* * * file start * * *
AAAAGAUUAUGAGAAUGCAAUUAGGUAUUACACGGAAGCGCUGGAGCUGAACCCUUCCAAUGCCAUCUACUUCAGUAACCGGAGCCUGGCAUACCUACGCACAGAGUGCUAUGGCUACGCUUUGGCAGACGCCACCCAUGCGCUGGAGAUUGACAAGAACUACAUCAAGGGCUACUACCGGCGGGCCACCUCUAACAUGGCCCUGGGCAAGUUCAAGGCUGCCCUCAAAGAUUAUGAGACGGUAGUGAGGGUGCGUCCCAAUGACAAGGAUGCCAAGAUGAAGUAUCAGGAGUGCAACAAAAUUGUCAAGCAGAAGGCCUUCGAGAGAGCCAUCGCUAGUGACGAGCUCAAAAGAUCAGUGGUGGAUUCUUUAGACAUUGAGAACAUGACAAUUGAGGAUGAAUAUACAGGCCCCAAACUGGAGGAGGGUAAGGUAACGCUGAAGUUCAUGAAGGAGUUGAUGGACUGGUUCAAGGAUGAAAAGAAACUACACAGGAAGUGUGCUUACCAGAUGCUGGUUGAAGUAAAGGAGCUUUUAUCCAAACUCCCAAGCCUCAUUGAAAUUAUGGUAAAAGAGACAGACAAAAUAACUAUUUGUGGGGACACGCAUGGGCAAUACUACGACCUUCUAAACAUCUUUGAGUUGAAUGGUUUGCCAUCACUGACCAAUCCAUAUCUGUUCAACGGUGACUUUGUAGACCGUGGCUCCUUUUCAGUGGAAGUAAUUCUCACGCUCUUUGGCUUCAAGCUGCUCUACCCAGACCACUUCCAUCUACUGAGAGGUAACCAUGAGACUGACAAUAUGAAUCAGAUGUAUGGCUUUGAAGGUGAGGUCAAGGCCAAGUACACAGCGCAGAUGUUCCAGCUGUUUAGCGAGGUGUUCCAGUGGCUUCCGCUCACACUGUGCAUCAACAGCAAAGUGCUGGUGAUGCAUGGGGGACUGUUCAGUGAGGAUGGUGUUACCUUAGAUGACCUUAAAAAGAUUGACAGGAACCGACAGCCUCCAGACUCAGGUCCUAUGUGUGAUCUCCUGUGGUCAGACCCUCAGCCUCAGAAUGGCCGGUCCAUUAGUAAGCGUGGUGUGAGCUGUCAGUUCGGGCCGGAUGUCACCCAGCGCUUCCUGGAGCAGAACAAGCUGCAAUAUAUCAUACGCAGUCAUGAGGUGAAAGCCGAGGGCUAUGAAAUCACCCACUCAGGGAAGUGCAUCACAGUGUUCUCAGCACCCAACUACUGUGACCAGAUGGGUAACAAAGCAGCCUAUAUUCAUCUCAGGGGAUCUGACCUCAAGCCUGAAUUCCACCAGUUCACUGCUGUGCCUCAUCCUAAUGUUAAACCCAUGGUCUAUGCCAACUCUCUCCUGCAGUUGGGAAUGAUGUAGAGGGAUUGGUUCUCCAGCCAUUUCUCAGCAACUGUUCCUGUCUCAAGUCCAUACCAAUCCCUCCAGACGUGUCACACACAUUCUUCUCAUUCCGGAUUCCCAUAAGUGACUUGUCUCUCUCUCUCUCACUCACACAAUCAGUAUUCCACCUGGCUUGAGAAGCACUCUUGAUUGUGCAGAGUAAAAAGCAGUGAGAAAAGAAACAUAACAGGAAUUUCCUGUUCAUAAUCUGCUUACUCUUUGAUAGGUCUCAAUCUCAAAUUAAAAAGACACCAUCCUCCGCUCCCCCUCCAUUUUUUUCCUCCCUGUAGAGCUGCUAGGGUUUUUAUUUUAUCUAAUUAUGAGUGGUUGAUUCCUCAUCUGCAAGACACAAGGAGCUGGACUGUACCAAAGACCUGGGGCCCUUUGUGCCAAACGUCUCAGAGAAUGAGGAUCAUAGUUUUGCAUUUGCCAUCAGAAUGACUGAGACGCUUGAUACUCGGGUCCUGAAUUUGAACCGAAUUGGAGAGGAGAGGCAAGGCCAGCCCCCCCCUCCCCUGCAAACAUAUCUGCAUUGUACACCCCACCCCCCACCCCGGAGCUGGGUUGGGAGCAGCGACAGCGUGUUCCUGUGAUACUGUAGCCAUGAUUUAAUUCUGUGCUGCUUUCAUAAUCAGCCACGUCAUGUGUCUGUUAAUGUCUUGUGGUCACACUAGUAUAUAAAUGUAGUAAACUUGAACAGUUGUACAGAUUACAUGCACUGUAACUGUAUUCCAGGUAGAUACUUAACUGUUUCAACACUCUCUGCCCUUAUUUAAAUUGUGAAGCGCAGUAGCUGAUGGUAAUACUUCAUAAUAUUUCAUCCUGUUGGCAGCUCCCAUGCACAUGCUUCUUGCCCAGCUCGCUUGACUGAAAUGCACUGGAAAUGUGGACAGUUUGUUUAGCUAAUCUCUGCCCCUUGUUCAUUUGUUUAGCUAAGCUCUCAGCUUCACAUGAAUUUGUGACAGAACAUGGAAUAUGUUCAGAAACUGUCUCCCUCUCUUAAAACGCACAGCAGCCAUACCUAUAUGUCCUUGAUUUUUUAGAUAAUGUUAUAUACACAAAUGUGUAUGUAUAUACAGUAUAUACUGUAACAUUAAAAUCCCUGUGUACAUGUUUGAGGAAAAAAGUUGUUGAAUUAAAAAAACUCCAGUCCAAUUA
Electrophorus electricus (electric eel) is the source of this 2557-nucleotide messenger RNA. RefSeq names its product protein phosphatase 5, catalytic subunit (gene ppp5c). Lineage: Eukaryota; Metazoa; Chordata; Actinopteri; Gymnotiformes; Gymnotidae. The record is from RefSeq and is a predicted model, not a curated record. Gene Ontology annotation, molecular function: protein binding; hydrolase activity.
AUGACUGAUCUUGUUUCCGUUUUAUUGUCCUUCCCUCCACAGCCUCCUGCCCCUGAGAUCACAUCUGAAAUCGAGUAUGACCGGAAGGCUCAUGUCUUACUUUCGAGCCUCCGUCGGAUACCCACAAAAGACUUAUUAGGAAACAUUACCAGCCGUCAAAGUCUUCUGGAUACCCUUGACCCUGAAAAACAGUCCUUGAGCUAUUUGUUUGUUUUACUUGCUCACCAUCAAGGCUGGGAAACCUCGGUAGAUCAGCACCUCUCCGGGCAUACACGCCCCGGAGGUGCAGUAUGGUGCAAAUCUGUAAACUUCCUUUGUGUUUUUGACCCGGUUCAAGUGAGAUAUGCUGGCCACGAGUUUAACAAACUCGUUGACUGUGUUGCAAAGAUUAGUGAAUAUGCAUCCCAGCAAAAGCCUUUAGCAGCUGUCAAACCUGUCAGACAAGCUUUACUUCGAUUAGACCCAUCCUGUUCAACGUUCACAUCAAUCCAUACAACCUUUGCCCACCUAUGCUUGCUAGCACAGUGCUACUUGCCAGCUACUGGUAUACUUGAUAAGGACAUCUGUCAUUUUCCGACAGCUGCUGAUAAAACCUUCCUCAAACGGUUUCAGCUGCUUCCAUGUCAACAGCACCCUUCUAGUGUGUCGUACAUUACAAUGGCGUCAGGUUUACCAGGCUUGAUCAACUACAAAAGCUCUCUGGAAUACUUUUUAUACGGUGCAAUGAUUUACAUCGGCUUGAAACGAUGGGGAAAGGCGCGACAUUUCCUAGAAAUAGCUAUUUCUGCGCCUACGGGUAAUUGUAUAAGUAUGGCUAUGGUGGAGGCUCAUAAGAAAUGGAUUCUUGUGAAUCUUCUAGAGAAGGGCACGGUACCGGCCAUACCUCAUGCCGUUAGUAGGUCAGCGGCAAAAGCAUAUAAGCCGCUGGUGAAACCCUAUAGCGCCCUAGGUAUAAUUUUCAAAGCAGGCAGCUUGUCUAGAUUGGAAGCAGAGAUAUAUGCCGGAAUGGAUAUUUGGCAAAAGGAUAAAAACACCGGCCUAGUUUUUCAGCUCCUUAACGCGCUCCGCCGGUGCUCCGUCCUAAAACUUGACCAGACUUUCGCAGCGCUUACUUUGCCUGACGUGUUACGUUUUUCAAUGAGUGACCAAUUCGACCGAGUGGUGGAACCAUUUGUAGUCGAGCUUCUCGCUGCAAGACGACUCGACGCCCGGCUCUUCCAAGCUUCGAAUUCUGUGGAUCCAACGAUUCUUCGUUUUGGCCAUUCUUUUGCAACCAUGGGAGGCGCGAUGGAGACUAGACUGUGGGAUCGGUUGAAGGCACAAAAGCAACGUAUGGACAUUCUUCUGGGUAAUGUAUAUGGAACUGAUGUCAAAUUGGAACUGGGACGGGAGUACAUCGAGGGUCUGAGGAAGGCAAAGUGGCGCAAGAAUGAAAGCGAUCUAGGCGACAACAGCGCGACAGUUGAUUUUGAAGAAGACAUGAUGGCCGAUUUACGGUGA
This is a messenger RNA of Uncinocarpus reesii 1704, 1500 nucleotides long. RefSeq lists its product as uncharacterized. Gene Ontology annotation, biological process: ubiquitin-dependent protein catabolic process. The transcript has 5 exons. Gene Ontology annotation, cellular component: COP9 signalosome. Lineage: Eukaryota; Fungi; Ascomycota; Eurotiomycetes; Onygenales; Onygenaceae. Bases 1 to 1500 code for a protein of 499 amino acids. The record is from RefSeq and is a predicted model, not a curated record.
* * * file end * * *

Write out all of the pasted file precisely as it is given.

AAAAGAUUAUGAGAAUGCAAUUAGGUAUUACACGGAAGCGCUGGAGCUGAACCCUUCCAAUGCCAUCUACUUCAGUAACCGGAGCCUGGCAUACCUACGCACAGAGUGCUAUGGCUACGCUUUGGCAGACGCCACCCAUGCGCUGGAGAUUGACAAGAACUACAUCAAGGGCUACUACCGGCGGGCCACCUCUAACAUGGCCCUGGGCAAGUUCAAGGCUGCCCUCAAAGAUUAUGAGACGGUAGUGAGGGUGCGUCCCAAUGACAAGGAUGCCAAGAUGAAGUAUCAGGAGUGCAACAAAAUUGUCAAGCAGAAGGCCUUCGAGAGAGCCAUCGCUAGUGACGAGCUCAAAAGAUCAGUGGUGGAUUCUUUAGACAUUGAGAACAUGACAAUUGAGGAUGAAUAUACAGGCCCCAAACUGGAGGAGGGUAAGGUAACGCUGAAGUUCAUGAAGGAGUUGAUGGACUGGUUCAAGGAUGAAAAGAAACUACACAGGAAGUGUGCUUACCAGAUGCUGGUUGAAGUAAAGGAGCUUUUAUCCAAACUCCCAAGCCUCAUUGAAAUUAUGGUAAAAGAGACAGACAAAAUAACUAUUUGUGGGGACACGCAUGGGCAAUACUACGACCUUCUAAACAUCUUUGAGUUGAAUGGUUUGCCAUCACUGACCAAUCCAUAUCUGUUCAACGGUGACUUUGUAGACCGUGGCUCCUUUUCAGUGGAAGUAAUUCUCACGCUCUUUGGCUUCAAGCUGCUCUACCCAGACCACUUCCAUCUACUGAGAGGUAACCAUGAGACUGACAAUAUGAAUCAGAUGUAUGGCUUUGAAGGUGAGGUCAAGGCCAAGUACACAGCGCAGAUGUUCCAGCUGUUUAGCGAGGUGUUCCAGUGGCUUCCGCUCACACUGUGCAUCAACAGCAAAGUGCUGGUGAUGCAUGGGGGACUGUUCAGUGAGGAUGGUGUUACCUUAGAUGACCUUAAAAAGAUUGACAGGAACCGACAGCCUCCAGACUCAGGUCCUAUGUGUGAUCUCCUGUGGUCAGACCCUCAGCCUCAGAAUGGCCGGUCCAUUAGUAAGCGUGGUGUGAGCUGUCAGUUCGGGCCGGAUGUCACCCAGCGCUUCCUGGAGCAGAACAAGCUGCAAUAUAUCAUACGCAGUCAUGAGGUGAAAGCCGAGGGCUAUGAAAUCACCCACUCAGGGAAGUGCAUCACAGUGUUCUCAGCACCCAACUACUGUGACCAGAUGGGUAACAAAGCAGCCUAUAUUCAUCUCAGGGGAUCUGACCUCAAGCCUGAAUUCCACCAGUUCACUGCUGUGCCUCAUCCUAAUGUUAAACCCAUGGUCUAUGCCAACUCUCUCCUGCAGUUGGGAAUGAUGUAGAGGGAUUGGUUCUCCAGCCAUUUCUCAGCAACUGUUCCUGUCUCAAGUCCAUACCAAUCCCUCCAGACGUGUCACACACAUUCUUCUCAUUCCGGAUUCCCAUAAGUGACUUGUCUCUCUCUCUCUCACUCACACAAUCAGUAUUCCACCUGGCUUGAGAAGCACUCUUGAUUGUGCAGAGUAAAAAGCAGUGAGAAAAGAAACAUAACAGGAAUUUCCUGUUCAUAAUCUGCUUACUCUUUGAUAGGUCUCAAUCUCAAAUUAAAAAGACACCAUCCUCCGCUCCCCCUCCAUUUUUUUCCUCCCUGUAGAGCUGCUAGGGUUUUUAUUUUAUCUAAUUAUGAGUGGUUGAUUCCUCAUCUGCAAGACACAAGGAGCUGGACUGUACCAAAGACCUGGGGCCCUUUGUGCCAAACGUCUCAGAGAAUGAGGAUCAUAGUUUUGCAUUUGCCAUCAGAAUGACUGAGACGCUUGAUACUCGGGUCCUGAAUUUGAACCGAAUUGGAGAGGAGAGGCAAGGCCAGCCCCCCCCUCCCCUGCAAACAUAUCUGCAUUGUACACCCCACCCCCCACCCCGGAGCUGGGUUGGGAGCAGCGACAGCGUGUUCCUGUGAUACUGUAGCCAUGAUUUAAUUCUGUGCUGCUUUCAUAAUCAGCCACGUCAUGUGUCUGUUAAUGUCUUGUGGUCACACUAGUAUAUAAAUGUAGUAAACUUGAACAGUUGUACAGAUUACAUGCACUGUAACUGUAUUCCAGGUAGAUACUUAACUGUUUCAACACUCUCUGCCCUUAUUUAAAUUGUGAAGCGCAGUAGCUGAUGGUAAUACUUCAUAAUAUUUCAUCCUGUUGGCAGCUCCCAUGCACAUGCUUCUUGCCCAGCUCGCUUGACUGAAAUGCACUGGAAAUGUGGACAGUUUGUUUAGCUAAUCUCUGCCCCUUGUUCAUUUGUUUAGCUAAGCUCUCAGCUUCACAUGAAUUUGUGACAGAACAUGGAAUAUGUUCAGAAACUGUCUCCCUCUCUUAAAACGCACAGCAGCCAUACCUAUAUGUCCUUGAUUUUUUAGAUAAUGUUAUAUACACAAAUGUGUAUGUAUAUACAGUAUAUACUGUAACAUUAAAAUCCCUGUGUACAUGUUUGAGGAAAAAAGUUGUUGAAUUAAAAAAACUCCAGUCCAAUUA
Electrophorus electricus (electric eel) is the source of this 2557-nucleotide messenger RNA. RefSeq names its product protein phosphatase 5, catalytic subunit (gene ppp5c). Lineage: Eukaryota; Metazoa; Chordata; Actinopteri; Gymnotiformes; Gymnotidae. The record is from RefSeq and is a predicted model, not a curated record. Gene Ontology annotation, molecular function: protein binding; hydrolase activity.
AUGACUGAUCUUGUUUCCGUUUUAUUGUCCUUCCCUCCACAGCCUCCUGCCCCUGAGAUCACAUCUGAAAUCGAGUAUGACCGGAAGGCUCAUGUCUUACUUUCGAGCCUCCGUCGGAUACCCACAAAAGACUUAUUAGGAAACAUUACCAGCCGUCAAAGUCUUCUGGAUACCCUUGACCCUGAAAAACAGUCCUUGAGCUAUUUGUUUGUUUUACUUGCUCACCAUCAAGGCUGGGAAACCUCGGUAGAUCAGCACCUCUCCGGGCAUACACGCCCCGGAGGUGCAGUAUGGUGCAAAUCUGUAAACUUCCUUUGUGUUUUUGACCCGGUUCAAGUGAGAUAUGCUGGCCACGAGUUUAACAAACUCGUUGACUGUGUUGCAAAGAUUAGUGAAUAUGCAUCCCAGCAAAAGCCUUUAGCAGCUGUCAAACCUGUCAGACAAGCUUUACUUCGAUUAGACCCAUCCUGUUCAACGUUCACAUCAAUCCAUACAACCUUUGCCCACCUAUGCUUGCUAGCACAGUGCUACUUGCCAGCUACUGGUAUACUUGAUAAGGACAUCUGUCAUUUUCCGACAGCUGCUGAUAAAACCUUCCUCAAACGGUUUCAGCUGCUUCCAUGUCAACAGCACCCUUCUAGUGUGUCGUACAUUACAAUGGCGUCAGGUUUACCAGGCUUGAUCAACUACAAAAGCUCUCUGGAAUACUUUUUAUACGGUGCAAUGAUUUACAUCGGCUUGAAACGAUGGGGAAAGGCGCGACAUUUCCUAGAAAUAGCUAUUUCUGCGCCUACGGGUAAUUGUAUAAGUAUGGCUAUGGUGGAGGCUCAUAAGAAAUGGAUUCUUGUGAAUCUUCUAGAGAAGGGCACGGUACCGGCCAUACCUCAUGCCGUUAGUAGGUCAGCGGCAAAAGCAUAUAAGCCGCUGGUGAAACCCUAUAGCGCCCUAGGUAUAAUUUUCAAAGCAGGCAGCUUGUCUAGAUUGGAAGCAGAGAUAUAUGCCGGAAUGGAUAUUUGGCAAAAGGAUAAAAACACCGGCCUAGUUUUUCAGCUCCUUAACGCGCUCCGCCGGUGCUCCGUCCUAAAACUUGACCAGACUUUCGCAGCGCUUACUUUGCCUGACGUGUUACGUUUUUCAAUGAGUGACCAAUUCGACCGAGUGGUGGAACCAUUUGUAGUCGAGCUUCUCGCUGCAAGACGACUCGACGCCCGGCUCUUCCAAGCUUCGAAUUCUGUGGAUCCAACGAUUCUUCGUUUUGGCCAUUCUUUUGCAACCAUGGGAGGCGCGAUGGAGACUAGACUGUGGGAUCGGUUGAAGGCACAAAAGCAACGUAUGGACAUUCUUCUGGGUAAUGUAUAUGGAACUGAUGUCAAAUUGGAACUGGGACGGGAGUACAUCGAGGGUCUGAGGAAGGCAAAGUGGCGCAAGAAUGAAAGCGAUCUAGGCGACAACAGCGCGACAGUUGAUUUUGAAGAAGACAUGAUGGCCGAUUUACGGUGA
This is a messenger RNA of Uncinocarpus reesii 1704, 1500 nucleotides long. RefSeq lists its product as uncharacterized. Gene Ontology annotation, biological process: ubiquitin-dependent protein catabolic process. The transcript has 5 exons. Gene Ontology annotation, cellular component: COP9 signalosome. Lineage: Eukaryota; Fungi; Ascomycota; Eurotiomycetes; Onygenales; Onygenaceae. Bases 1 to 1500 code for a protein of 499 amino acids. The record is from RefSeq and is a predicted model, not a curated record.